Friday, December 4, 2009



Here's yet another recipe from Cooks Illustrated that must be shared. It's a perfect meal for a cold day, with its lengthy braise creating wonderful aromas through the house, and a stick-to-your-ribs (no pun intended) finish. I offer the recipe here exactly as it appears in the magazine. Unflavored gelatin is called for because no bones are used in this recipe; therefore the thickening effect of the natural gelatin found in bones is lost. I didn't have any gelatin on hand, so I skipped that step to no noticeable detriment. The sauce is already so rich and delicious (and yet so simple--it's all about reduction and strengthening flavors) that the additional unctuousness of gelatin would be a cherry on an already over-the-top cake. (You can use bone-on ribs if you want, but they take up a lot of room in the pan and produce at least six times the fat as their boned counterparts. Substitute 7 pounds of bone-on ribs with at least an inch of meat on the top.)

I used rice as a starch to carry the sauce just because we were mashed potatoed-out after Thanksgiving. The peas added sweetness to the whole. But accompaniments, of course, are up to you.

3 1/2 pounds meaty boneless short ribs, at least 4 inches long and 1 inch thick, trimmed of excess fat
Kosher salt and ground black pepper
2 tablespoons vegetable oil
2 large onions , peeled and sliced thin from pole to pole (about 4 cups)
1 tablespoon tomato paste
6 medium garlic cloves , peeled
2 cups hearty red wine such as cabernet
1 cup beef broth
4 large carrots , peeled and cut crosswise into 2-inch pieces
4 sprigs fresh thyme
1 bay leaf
1/4 cup cold water
1/2 teaspoon unflavored powdered gelatin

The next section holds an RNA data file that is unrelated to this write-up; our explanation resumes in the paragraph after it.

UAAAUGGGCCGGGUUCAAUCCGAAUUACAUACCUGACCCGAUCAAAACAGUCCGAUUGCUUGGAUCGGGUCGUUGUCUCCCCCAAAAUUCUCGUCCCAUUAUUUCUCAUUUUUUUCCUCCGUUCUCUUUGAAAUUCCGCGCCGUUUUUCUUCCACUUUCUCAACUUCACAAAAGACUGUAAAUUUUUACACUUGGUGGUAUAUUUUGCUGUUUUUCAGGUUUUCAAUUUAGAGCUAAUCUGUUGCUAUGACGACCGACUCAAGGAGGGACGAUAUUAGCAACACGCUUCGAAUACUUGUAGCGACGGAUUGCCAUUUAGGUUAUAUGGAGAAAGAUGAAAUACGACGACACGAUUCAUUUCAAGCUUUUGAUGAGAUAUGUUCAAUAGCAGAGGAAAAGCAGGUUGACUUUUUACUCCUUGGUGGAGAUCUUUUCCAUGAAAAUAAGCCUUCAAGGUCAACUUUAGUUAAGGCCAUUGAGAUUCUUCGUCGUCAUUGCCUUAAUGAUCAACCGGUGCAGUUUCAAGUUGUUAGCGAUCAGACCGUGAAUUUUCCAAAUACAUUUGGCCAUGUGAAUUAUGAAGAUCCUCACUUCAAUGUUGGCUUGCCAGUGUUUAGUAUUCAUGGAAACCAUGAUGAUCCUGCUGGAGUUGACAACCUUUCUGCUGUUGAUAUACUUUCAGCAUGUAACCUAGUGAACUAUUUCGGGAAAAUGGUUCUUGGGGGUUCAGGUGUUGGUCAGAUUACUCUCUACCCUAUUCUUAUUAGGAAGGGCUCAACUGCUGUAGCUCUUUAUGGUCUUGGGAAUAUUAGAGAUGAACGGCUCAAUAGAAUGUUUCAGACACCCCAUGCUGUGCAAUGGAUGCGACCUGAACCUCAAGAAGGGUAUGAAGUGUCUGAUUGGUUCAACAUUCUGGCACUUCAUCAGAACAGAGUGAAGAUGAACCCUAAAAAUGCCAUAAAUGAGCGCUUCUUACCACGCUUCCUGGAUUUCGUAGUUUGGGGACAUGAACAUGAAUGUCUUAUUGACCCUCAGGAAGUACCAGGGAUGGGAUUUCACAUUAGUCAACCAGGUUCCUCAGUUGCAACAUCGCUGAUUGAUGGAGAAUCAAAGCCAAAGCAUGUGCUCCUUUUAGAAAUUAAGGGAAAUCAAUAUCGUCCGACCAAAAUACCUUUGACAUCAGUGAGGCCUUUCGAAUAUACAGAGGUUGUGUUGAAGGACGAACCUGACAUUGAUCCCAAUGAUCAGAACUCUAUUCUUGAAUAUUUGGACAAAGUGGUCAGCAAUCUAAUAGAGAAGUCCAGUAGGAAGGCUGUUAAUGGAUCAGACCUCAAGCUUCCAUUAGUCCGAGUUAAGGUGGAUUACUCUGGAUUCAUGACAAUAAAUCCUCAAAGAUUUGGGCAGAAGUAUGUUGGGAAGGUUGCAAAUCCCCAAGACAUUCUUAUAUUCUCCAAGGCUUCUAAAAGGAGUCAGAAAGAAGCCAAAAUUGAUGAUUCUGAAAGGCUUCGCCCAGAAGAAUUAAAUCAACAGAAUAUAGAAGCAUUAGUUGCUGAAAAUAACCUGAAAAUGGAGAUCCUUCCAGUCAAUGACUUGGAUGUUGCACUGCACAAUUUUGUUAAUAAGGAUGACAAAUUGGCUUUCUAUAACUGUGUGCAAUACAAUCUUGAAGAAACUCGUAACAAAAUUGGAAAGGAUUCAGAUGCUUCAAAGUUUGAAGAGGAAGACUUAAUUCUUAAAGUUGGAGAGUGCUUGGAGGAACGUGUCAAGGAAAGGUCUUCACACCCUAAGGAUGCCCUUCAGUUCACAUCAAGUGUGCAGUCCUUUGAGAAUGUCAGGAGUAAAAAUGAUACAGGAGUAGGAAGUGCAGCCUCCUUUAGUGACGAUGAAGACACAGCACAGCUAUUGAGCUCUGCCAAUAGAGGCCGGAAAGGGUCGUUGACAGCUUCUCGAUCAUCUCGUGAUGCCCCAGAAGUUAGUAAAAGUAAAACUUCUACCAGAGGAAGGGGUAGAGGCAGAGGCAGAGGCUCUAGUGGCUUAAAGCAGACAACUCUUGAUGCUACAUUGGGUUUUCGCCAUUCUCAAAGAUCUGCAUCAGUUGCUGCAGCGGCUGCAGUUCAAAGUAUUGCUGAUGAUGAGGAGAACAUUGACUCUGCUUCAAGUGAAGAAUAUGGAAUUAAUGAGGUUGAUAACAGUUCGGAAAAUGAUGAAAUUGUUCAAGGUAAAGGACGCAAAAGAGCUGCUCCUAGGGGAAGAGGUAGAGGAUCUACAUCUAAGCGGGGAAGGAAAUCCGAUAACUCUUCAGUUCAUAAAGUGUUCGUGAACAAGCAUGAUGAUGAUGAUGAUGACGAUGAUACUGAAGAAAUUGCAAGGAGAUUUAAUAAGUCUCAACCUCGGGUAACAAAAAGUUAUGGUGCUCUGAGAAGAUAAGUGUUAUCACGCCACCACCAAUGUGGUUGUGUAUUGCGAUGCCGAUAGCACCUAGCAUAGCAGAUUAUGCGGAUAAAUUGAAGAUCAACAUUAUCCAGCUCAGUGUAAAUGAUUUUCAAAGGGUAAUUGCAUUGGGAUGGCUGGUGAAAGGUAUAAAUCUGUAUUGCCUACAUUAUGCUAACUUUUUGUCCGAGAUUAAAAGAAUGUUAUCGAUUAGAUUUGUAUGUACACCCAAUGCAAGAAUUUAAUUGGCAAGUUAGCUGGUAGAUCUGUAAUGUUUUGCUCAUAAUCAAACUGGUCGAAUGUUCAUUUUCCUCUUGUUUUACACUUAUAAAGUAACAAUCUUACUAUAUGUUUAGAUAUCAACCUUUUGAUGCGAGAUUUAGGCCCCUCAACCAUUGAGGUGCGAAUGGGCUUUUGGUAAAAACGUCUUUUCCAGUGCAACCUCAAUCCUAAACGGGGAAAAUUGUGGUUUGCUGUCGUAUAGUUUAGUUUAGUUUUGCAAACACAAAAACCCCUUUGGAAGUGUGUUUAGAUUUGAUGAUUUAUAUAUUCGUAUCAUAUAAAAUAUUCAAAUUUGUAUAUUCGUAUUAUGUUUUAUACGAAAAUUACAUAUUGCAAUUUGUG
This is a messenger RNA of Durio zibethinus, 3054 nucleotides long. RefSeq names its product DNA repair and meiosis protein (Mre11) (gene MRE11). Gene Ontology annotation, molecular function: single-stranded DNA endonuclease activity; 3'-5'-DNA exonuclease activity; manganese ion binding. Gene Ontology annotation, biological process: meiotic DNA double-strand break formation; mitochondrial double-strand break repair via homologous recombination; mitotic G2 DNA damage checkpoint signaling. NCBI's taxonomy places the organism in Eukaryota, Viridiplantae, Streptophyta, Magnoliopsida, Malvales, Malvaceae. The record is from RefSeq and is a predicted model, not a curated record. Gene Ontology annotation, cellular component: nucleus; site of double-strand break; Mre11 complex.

Adjust oven rack to lower-middle position and heat oven to 300 degrees. Pat beef dry with paper towels and season with 2 teaspoons salt and 1 teaspoon pepper. Heat 1 tablespoon oil in large heavy-bottomed Dutch oven over medium-high heat until smoking. Add half of beef and cook, without moving, until well browned, 4 to 6 minutes. Turn beef and continue to cook on second side until well browned, 4 to 6 minutes longer, reducing heat if fat begins to smoke. Transfer beef to medium bowl. Repeat with remaining tablespoon oil and meat.

Reduce heat to medium, add onions, and cook, stirring occasionally, until softened and beginning to brown, 12 to 15 minutes. (If onions begin to darken too quickly, add 1 to 2 tablespoons water to pan.) Add tomato paste and cook, stirring constantly, until it browns on sides and bottom of pan, about 2 minutes. Add garlic and cook until aromatic, about 30 seconds. Increase heat to medium-high, add wine and simmer, scraping bottom of pan with wooden spoon to loosen browned bits, until reduced by half, 8 to 10 minutes. Add broth, carrots, thyme, and bay leaf. Add beef and any accumulated juices to pot; cover and bring to simmer. Transfer pot to oven and cook, using tongs to turn meat twice during cooking, until fork slips easily in and out of meat, 2 to 2½ hours.

Place water in small bowl and sprinkle gelatin on top; let stand at least 5 minutes. Using tongs, transfer meat and carrots to serving platter and tent with foil. Strain cooking liquid through fine-mesh strainer into fat separator or bowl, pressing on solids to extract as much liquid as possible; discard solids. Allow liquid to settle about 5 minutes and strain off fat. Return cooking liquid to Dutch oven and cook over medium heat until reduced to 1 cup, 5 to 10 minutes. Remove from heat and stir in gelatin mixture; season with salt and pepper. Pour sauce over meat and serve.